Trust is the magic ingredient for achieving success in the business world. However, trust comes in different forms, says UTS marketing expert Dr Graham Massey, and current business leaders and marketing professionals may have forgotten the most important one.
Dr Massey and colleagues studied two distinct forms of trust, ‘cognitive’ and ‘affective’, and found building only one kind is not enough – both are essential for a business to prosper.
“The usual form, ‘cognitive’ trust, is where you develop trust in a person or organisation because they are competent and reliable, such as the mechanic who keeps your car in excellent running order, or the restaurant that serves you in a fast, efficient manner,” says Dr Massey.
“But there is a second type of trust – the emotional or ‘affective’ trust that develops when you feel someone has genuine care and concern for you, and they won’t mislead you or be opportunistic.
“It may be a relationship with the restaurant owner who knows your name and favourite order, or you might develop a friendly relationship with your competent mechanic and, over time, feel confident they would not do or suggest something that was not in your best interest.”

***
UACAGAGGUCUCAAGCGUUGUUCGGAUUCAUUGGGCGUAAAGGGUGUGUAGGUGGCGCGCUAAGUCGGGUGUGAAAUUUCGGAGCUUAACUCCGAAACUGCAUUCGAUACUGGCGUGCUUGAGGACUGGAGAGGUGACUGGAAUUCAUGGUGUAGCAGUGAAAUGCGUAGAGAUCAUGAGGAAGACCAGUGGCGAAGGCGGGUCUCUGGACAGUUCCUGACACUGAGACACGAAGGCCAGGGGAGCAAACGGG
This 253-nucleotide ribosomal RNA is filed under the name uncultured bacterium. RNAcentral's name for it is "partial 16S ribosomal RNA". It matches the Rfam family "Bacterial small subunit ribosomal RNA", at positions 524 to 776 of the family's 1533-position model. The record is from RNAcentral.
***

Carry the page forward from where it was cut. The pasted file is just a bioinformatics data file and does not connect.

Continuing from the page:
Dr Massey says this emotional trust can develop only once cognitive trust has been established, but it is often dismissed or forgotten in the race for efficiency or streamlined operations, as it requires time and effort to build these interpersonal bonds.
“You need cognitive trust before you can develop affective trust, because if someone has been incompetent and unreliable, you are hardly going to like them. But once you have cognitive trust, then emotional connections can also develop,” says Dr Massey.
“When both forms of trust exist, relationships become strong and enduring. This is one of the holy grails of marketing, to help businesses build strong relationships with customers and clients,” he says.
Using survey data from business managers in Britain and Australia, Dr Massey modelled the link between cognitive trust, affective trust and positive relationship outcomes.
“The research showed that cognitive trust and affective trust have at least the same impact on positive relationship outcomes, if not more powerful effects for affective trust,” says Dr Massey.
It is not only trust between buyers and sellers that is important for business success; positive relationships within an organisation, for example between managers in different departments, and with suppliers, are also necessary.
Massey says studies of trust in marketing relationships often consider only cognitive trust, and not affective trust.
“Leaving affective trust out of the mix limits marketers’ ability to diagnose the quality of the relationship with customers or clients. It also ignores an important factor that business leaders and marketing managers can use to improve these relationships,” he says.
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